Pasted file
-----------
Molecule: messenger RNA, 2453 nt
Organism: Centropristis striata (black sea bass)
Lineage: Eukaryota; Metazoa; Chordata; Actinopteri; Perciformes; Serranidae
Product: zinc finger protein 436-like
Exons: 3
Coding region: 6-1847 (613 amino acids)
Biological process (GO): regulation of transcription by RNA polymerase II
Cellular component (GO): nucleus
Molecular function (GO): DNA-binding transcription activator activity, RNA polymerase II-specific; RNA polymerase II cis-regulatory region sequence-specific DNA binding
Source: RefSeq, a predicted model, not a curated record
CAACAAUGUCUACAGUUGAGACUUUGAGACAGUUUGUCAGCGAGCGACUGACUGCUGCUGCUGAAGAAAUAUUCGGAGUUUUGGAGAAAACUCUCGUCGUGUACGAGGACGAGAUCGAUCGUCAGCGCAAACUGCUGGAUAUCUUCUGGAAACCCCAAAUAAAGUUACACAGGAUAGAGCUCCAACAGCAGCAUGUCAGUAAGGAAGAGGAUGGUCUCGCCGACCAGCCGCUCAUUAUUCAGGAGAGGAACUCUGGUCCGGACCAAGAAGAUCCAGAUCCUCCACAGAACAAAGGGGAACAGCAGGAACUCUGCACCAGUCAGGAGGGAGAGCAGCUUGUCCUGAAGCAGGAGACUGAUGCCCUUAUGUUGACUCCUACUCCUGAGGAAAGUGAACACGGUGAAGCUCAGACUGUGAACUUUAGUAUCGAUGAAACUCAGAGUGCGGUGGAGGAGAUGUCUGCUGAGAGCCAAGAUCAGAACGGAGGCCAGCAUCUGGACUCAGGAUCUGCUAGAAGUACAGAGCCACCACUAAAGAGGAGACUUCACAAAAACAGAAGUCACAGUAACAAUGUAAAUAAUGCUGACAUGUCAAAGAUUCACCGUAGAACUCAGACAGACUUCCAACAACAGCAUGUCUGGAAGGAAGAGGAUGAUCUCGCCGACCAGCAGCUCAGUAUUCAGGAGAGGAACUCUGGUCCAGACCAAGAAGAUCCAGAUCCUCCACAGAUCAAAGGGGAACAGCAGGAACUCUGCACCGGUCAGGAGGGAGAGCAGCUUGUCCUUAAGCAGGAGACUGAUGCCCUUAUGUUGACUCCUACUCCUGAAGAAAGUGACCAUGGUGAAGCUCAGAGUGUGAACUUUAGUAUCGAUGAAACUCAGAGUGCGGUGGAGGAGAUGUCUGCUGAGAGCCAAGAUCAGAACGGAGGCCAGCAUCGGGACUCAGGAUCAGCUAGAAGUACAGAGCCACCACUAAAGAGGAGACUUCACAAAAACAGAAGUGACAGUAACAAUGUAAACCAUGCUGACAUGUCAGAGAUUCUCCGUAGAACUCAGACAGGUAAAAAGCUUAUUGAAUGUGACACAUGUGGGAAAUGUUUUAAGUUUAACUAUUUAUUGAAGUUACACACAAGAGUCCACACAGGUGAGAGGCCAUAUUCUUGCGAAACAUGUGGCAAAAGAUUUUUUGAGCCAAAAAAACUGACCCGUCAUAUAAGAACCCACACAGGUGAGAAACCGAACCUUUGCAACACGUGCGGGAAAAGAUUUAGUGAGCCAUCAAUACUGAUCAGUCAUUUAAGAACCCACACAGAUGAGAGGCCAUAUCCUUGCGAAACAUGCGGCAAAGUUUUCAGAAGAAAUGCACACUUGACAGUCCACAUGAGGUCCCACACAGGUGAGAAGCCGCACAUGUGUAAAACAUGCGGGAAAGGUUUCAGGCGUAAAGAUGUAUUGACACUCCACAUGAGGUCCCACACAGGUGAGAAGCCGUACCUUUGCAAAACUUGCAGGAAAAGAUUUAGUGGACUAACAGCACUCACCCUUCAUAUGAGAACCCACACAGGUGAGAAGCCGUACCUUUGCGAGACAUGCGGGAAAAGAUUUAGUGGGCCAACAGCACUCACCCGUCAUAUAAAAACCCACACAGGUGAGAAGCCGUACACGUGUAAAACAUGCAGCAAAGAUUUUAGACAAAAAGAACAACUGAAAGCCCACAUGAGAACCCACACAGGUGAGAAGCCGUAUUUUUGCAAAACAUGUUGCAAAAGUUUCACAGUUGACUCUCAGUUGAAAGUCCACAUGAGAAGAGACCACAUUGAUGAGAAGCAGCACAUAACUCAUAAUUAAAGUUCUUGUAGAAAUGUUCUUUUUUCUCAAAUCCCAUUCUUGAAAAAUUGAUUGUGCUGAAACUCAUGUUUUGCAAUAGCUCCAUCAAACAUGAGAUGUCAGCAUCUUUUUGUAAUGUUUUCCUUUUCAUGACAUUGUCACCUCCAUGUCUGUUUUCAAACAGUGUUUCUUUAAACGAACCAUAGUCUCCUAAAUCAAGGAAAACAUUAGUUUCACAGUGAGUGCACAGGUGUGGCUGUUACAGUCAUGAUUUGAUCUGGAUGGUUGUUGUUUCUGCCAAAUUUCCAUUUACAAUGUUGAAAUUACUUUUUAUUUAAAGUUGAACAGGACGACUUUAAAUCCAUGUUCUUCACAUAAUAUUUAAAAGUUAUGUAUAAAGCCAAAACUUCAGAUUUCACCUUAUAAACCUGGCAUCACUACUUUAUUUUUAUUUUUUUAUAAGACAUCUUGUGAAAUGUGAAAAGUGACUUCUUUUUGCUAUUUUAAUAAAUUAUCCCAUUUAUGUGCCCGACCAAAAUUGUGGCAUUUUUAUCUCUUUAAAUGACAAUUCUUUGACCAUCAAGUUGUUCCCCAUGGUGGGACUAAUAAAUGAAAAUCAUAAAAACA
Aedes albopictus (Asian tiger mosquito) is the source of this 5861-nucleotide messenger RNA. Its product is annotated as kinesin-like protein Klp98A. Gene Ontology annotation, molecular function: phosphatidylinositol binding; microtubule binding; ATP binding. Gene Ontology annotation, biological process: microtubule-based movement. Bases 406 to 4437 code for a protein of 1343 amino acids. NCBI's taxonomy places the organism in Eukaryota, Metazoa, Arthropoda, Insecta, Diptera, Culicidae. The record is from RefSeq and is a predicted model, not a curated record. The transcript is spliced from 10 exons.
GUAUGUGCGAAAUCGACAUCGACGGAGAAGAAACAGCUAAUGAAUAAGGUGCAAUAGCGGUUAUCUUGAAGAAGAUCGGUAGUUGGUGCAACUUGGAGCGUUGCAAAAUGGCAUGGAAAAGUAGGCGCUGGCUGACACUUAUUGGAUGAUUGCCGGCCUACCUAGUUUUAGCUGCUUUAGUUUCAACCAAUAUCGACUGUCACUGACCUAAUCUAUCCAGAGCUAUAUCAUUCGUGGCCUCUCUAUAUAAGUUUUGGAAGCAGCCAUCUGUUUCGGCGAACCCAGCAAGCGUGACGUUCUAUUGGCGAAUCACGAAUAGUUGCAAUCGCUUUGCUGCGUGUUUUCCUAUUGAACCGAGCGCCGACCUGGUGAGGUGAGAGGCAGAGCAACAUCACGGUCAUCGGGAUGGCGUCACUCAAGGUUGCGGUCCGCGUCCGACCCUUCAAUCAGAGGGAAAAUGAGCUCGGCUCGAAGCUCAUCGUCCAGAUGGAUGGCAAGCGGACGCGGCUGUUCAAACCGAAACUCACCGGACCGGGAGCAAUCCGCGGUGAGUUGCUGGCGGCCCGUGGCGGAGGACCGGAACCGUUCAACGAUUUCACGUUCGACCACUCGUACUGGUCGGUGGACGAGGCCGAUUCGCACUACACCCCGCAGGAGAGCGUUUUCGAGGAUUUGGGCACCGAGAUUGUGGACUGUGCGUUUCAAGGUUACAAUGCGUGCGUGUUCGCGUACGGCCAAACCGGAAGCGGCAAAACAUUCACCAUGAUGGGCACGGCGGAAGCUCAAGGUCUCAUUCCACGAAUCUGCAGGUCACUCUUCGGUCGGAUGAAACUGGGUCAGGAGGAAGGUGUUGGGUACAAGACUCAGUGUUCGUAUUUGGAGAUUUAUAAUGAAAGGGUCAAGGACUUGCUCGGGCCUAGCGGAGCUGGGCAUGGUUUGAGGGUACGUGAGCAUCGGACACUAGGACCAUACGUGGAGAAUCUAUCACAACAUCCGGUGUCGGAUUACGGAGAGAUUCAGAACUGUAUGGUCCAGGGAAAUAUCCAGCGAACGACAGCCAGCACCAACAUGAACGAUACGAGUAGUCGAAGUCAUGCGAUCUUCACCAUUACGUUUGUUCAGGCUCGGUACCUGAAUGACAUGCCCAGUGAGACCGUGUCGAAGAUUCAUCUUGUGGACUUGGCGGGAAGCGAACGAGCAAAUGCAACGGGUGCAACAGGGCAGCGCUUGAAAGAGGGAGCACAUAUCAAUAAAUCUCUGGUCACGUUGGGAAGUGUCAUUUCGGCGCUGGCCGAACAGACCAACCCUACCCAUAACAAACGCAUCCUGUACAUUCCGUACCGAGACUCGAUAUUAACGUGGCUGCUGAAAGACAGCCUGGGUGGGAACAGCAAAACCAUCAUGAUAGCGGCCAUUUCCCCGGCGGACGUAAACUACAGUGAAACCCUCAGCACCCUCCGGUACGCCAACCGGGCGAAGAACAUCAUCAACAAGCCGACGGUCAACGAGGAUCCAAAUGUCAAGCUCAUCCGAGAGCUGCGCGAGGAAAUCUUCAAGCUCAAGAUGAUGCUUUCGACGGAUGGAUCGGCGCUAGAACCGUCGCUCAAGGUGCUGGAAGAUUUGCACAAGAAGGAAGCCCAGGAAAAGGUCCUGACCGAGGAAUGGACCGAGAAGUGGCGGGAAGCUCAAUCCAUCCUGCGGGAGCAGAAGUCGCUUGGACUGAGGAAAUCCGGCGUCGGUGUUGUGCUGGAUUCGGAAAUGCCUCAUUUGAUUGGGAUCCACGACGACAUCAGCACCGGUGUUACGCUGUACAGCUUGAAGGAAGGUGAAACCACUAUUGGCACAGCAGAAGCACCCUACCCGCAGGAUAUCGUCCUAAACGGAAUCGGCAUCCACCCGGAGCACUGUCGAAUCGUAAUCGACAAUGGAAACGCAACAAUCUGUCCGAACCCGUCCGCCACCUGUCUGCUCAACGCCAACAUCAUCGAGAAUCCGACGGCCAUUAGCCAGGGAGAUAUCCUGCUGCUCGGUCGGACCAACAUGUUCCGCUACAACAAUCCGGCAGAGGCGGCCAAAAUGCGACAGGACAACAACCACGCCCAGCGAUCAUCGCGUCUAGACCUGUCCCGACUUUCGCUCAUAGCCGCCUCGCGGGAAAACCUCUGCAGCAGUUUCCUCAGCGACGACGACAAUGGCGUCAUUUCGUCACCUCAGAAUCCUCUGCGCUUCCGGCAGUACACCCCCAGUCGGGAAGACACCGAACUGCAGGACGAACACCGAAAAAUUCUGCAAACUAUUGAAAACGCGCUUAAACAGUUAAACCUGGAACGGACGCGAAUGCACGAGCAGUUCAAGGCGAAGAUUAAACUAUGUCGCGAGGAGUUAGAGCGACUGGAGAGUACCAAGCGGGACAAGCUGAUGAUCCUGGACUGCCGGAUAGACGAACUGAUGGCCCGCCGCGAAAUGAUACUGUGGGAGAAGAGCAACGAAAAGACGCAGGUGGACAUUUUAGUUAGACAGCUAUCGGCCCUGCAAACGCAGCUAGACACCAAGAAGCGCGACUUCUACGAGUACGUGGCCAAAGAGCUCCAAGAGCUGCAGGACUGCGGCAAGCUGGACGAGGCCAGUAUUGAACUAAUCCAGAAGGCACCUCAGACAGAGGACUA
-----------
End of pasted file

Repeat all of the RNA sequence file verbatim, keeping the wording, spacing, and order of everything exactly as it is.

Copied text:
Molecule: messenger RNA, 2453 nt
Organism: Centropristis striata (black sea bass)
Lineage: Eukaryota; Metazoa; Chordata; Actinopteri; Perciformes; Serranidae
Product: zinc finger protein 436-like
Exons: 3
Coding region: 6-1847 (613 amino acids)
Biological process (GO): regulation of transcription by RNA polymerase II
Cellular component (GO): nucleus
Molecular function (GO): DNA-binding transcription activator activity, RNA polymerase II-specific; RNA polymerase II cis-regulatory region sequence-specific DNA binding
Source: RefSeq, a predicted model, not a curated record
CAACAAUGUCUACAGUUGAGACUUUGAGACAGUUUGUCAGCGAGCGACUGACUGCUGCUGCUGAAGAAAUAUUCGGAGUUUUGGAGAAAACUCUCGUCGUGUACGAGGACGAGAUCGAUCGUCAGCGCAAACUGCUGGAUAUCUUCUGGAAACCCCAAAUAAAGUUACACAGGAUAGAGCUCCAACAGCAGCAUGUCAGUAAGGAAGAGGAUGGUCUCGCCGACCAGCCGCUCAUUAUUCAGGAGAGGAACUCUGGUCCGGACCAAGAAGAUCCAGAUCCUCCACAGAACAAAGGGGAACAGCAGGAACUCUGCACCAGUCAGGAGGGAGAGCAGCUUGUCCUGAAGCAGGAGACUGAUGCCCUUAUGUUGACUCCUACUCCUGAGGAAAGUGAACACGGUGAAGCUCAGACUGUGAACUUUAGUAUCGAUGAAACUCAGAGUGCGGUGGAGGAGAUGUCUGCUGAGAGCCAAGAUCAGAACGGAGGCCAGCAUCUGGACUCAGGAUCUGCUAGAAGUACAGAGCCACCACUAAAGAGGAGACUUCACAAAAACAGAAGUCACAGUAACAAUGUAAAUAAUGCUGACAUGUCAAAGAUUCACCGUAGAACUCAGACAGACUUCCAACAACAGCAUGUCUGGAAGGAAGAGGAUGAUCUCGCCGACCAGCAGCUCAGUAUUCAGGAGAGGAACUCUGGUCCAGACCAAGAAGAUCCAGAUCCUCCACAGAUCAAAGGGGAACAGCAGGAACUCUGCACCGGUCAGGAGGGAGAGCAGCUUGUCCUUAAGCAGGAGACUGAUGCCCUUAUGUUGACUCCUACUCCUGAAGAAAGUGACCAUGGUGAAGCUCAGAGUGUGAACUUUAGUAUCGAUGAAACUCAGAGUGCGGUGGAGGAGAUGUCUGCUGAGAGCCAAGAUCAGAACGGAGGCCAGCAUCGGGACUCAGGAUCAGCUAGAAGUACAGAGCCACCACUAAAGAGGAGACUUCACAAAAACAGAAGUGACAGUAACAAUGUAAACCAUGCUGACAUGUCAGAGAUUCUCCGUAGAACUCAGACAGGUAAAAAGCUUAUUGAAUGUGACACAUGUGGGAAAUGUUUUAAGUUUAACUAUUUAUUGAAGUUACACACAAGAGUCCACACAGGUGAGAGGCCAUAUUCUUGCGAAACAUGUGGCAAAAGAUUUUUUGAGCCAAAAAAACUGACCCGUCAUAUAAGAACCCACACAGGUGAGAAACCGAACCUUUGCAACACGUGCGGGAAAAGAUUUAGUGAGCCAUCAAUACUGAUCAGUCAUUUAAGAACCCACACAGAUGAGAGGCCAUAUCCUUGCGAAACAUGCGGCAAAGUUUUCAGAAGAAAUGCACACUUGACAGUCCACAUGAGGUCCCACACAGGUGAGAAGCCGCACAUGUGUAAAACAUGCGGGAAAGGUUUCAGGCGUAAAGAUGUAUUGACACUCCACAUGAGGUCCCACACAGGUGAGAAGCCGUACCUUUGCAAAACUUGCAGGAAAAGAUUUAGUGGACUAACAGCACUCACCCUUCAUAUGAGAACCCACACAGGUGAGAAGCCGUACCUUUGCGAGACAUGCGGGAAAAGAUUUAGUGGGCCAACAGCACUCACCCGUCAUAUAAAAACCCACACAGGUGAGAAGCCGUACACGUGUAAAACAUGCAGCAAAGAUUUUAGACAAAAAGAACAACUGAAAGCCCACAUGAGAACCCACACAGGUGAGAAGCCGUAUUUUUGCAAAACAUGUUGCAAAAGUUUCACAGUUGACUCUCAGUUGAAAGUCCACAUGAGAAGAGACCACAUUGAUGAGAAGCAGCACAUAACUCAUAAUUAAAGUUCUUGUAGAAAUGUUCUUUUUUCUCAAAUCCCAUUCUUGAAAAAUUGAUUGUGCUGAAACUCAUGUUUUGCAAUAGCUCCAUCAAACAUGAGAUGUCAGCAUCUUUUUGUAAUGUUUUCCUUUUCAUGACAUUGUCACCUCCAUGUCUGUUUUCAAACAGUGUUUCUUUAAACGAACCAUAGUCUCCUAAAUCAAGGAAAACAUUAGUUUCACAGUGAGUGCACAGGUGUGGCUGUUACAGUCAUGAUUUGAUCUGGAUGGUUGUUGUUUCUGCCAAAUUUCCAUUUACAAUGUUGAAAUUACUUUUUAUUUAAAGUUGAACAGGACGACUUUAAAUCCAUGUUCUUCACAUAAUAUUUAAAAGUUAUGUAUAAAGCCAAAACUUCAGAUUUCACCUUAUAAACCUGGCAUCACUACUUUAUUUUUAUUUUUUUAUAAGACAUCUUGUGAAAUGUGAAAAGUGACUUCUUUUUGCUAUUUUAAUAAAUUAUCCCAUUUAUGUGCCCGACCAAAAUUGUGGCAUUUUUAUCUCUUUAAAUGACAAUUCUUUGACCAUCAAGUUGUUCCCCAUGGUGGGACUAAUAAAUGAAAAUCAUAAAAACA
Aedes albopictus (Asian tiger mosquito) is the source of this 5861-nucleotide messenger RNA. Its product is annotated as kinesin-like protein Klp98A. Gene Ontology annotation, molecular function: phosphatidylinositol binding; microtubule binding; ATP binding. Gene Ontology annotation, biological process: microtubule-based movement. Bases 406 to 4437 code for a protein of 1343 amino acids. NCBI's taxonomy places the organism in Eukaryota, Metazoa, Arthropoda, Insecta, Diptera, Culicidae. The record is from RefSeq and is a predicted model, not a curated record. The transcript is spliced from 10 exons.
GUAUGUGCGAAAUCGACAUCGACGGAGAAGAAACAGCUAAUGAAUAAGGUGCAAUAGCGGUUAUCUUGAAGAAGAUCGGUAGUUGGUGCAACUUGGAGCGUUGCAAAAUGGCAUGGAAAAGUAGGCGCUGGCUGACACUUAUUGGAUGAUUGCCGGCCUACCUAGUUUUAGCUGCUUUAGUUUCAACCAAUAUCGACUGUCACUGACCUAAUCUAUCCAGAGCUAUAUCAUUCGUGGCCUCUCUAUAUAAGUUUUGGAAGCAGCCAUCUGUUUCGGCGAACCCAGCAAGCGUGACGUUCUAUUGGCGAAUCACGAAUAGUUGCAAUCGCUUUGCUGCGUGUUUUCCUAUUGAACCGAGCGCCGACCUGGUGAGGUGAGAGGCAGAGCAACAUCACGGUCAUCGGGAUGGCGUCACUCAAGGUUGCGGUCCGCGUCCGACCCUUCAAUCAGAGGGAAAAUGAGCUCGGCUCGAAGCUCAUCGUCCAGAUGGAUGGCAAGCGGACGCGGCUGUUCAAACCGAAACUCACCGGACCGGGAGCAAUCCGCGGUGAGUUGCUGGCGGCCCGUGGCGGAGGACCGGAACCGUUCAACGAUUUCACGUUCGACCACUCGUACUGGUCGGUGGACGAGGCCGAUUCGCACUACACCCCGCAGGAGAGCGUUUUCGAGGAUUUGGGCACCGAGAUUGUGGACUGUGCGUUUCAAGGUUACAAUGCGUGCGUGUUCGCGUACGGCCAAACCGGAAGCGGCAAAACAUUCACCAUGAUGGGCACGGCGGAAGCUCAAGGUCUCAUUCCACGAAUCUGCAGGUCACUCUUCGGUCGGAUGAAACUGGGUCAGGAGGAAGGUGUUGGGUACAAGACUCAGUGUUCGUAUUUGGAGAUUUAUAAUGAAAGGGUCAAGGACUUGCUCGGGCCUAGCGGAGCUGGGCAUGGUUUGAGGGUACGUGAGCAUCGGACACUAGGACCAUACGUGGAGAAUCUAUCACAACAUCCGGUGUCGGAUUACGGAGAGAUUCAGAACUGUAUGGUCCAGGGAAAUAUCCAGCGAACGACAGCCAGCACCAACAUGAACGAUACGAGUAGUCGAAGUCAUGCGAUCUUCACCAUUACGUUUGUUCAGGCUCGGUACCUGAAUGACAUGCCCAGUGAGACCGUGUCGAAGAUUCAUCUUGUGGACUUGGCGGGAAGCGAACGAGCAAAUGCAACGGGUGCAACAGGGCAGCGCUUGAAAGAGGGAGCACAUAUCAAUAAAUCUCUGGUCACGUUGGGAAGUGUCAUUUCGGCGCUGGCCGAACAGACCAACCCUACCCAUAACAAACGCAUCCUGUACAUUCCGUACCGAGACUCGAUAUUAACGUGGCUGCUGAAAGACAGCCUGGGUGGGAACAGCAAAACCAUCAUGAUAGCGGCCAUUUCCCCGGCGGACGUAAACUACAGUGAAACCCUCAGCACCCUCCGGUACGCCAACCGGGCGAAGAACAUCAUCAACAAGCCGACGGUCAACGAGGAUCCAAAUGUCAAGCUCAUCCGAGAGCUGCGCGAGGAAAUCUUCAAGCUCAAGAUGAUGCUUUCGACGGAUGGAUCGGCGCUAGAACCGUCGCUCAAGGUGCUGGAAGAUUUGCACAAGAAGGAAGCCCAGGAAAAGGUCCUGACCGAGGAAUGGACCGAGAAGUGGCGGGAAGCUCAAUCCAUCCUGCGGGAGCAGAAGUCGCUUGGACUGAGGAAAUCCGGCGUCGGUGUUGUGCUGGAUUCGGAAAUGCCUCAUUUGAUUGGGAUCCACGACGACAUCAGCACCGGUGUUACGCUGUACAGCUUGAAGGAAGGUGAAACCACUAUUGGCACAGCAGAAGCACCCUACCCGCAGGAUAUCGUCCUAAACGGAAUCGGCAUCCACCCGGAGCACUGUCGAAUCGUAAUCGACAAUGGAAACGCAACAAUCUGUCCGAACCCGUCCGCCACCUGUCUGCUCAACGCCAACAUCAUCGAGAAUCCGACGGCCAUUAGCCAGGGAGAUAUCCUGCUGCUCGGUCGGACCAACAUGUUCCGCUACAACAAUCCGGCAGAGGCGGCCAAAAUGCGACAGGACAACAACCACGCCCAGCGAUCAUCGCGUCUAGACCUGUCCCGACUUUCGCUCAUAGCCGCCUCGCGGGAAAACCUCUGCAGCAGUUUCCUCAGCGACGACGACAAUGGCGUCAUUUCGUCACCUCAGAAUCCUCUGCGCUUCCGGCAGUACACCCCCAGUCGGGAAGACACCGAACUGCAGGACGAACACCGAAAAAUUCUGCAAACUAUUGAAAACGCGCUUAAACAGUUAAACCUGGAACGGACGCGAAUGCACGAGCAGUUCAAGGCGAAGAUUAAACUAUGUCGCGAGGAGUUAGAGCGACUGGAGAGUACCAAGCGGGACAAGCUGAUGAUCCUGGACUGCCGGAUAGACGAACUGAUGGCCCGCCGCGAAAUGAUACUGUGGGAGAAGAGCAACGAAAAGACGCAGGUGGACAUUUUAGUUAGACAGCUAUCGGCCCUGCAAACGCAGCUAGACACCAAGAAGCGCGACUUCUACGAGUACGUGGCCAAAGAGCUCCAAGAGCUGCAGGACUGCGGCAAGCUGGACGAGGCCAGUAUUGAACUAAUCCAGAAGGCACCUCAGACAGAGGACUA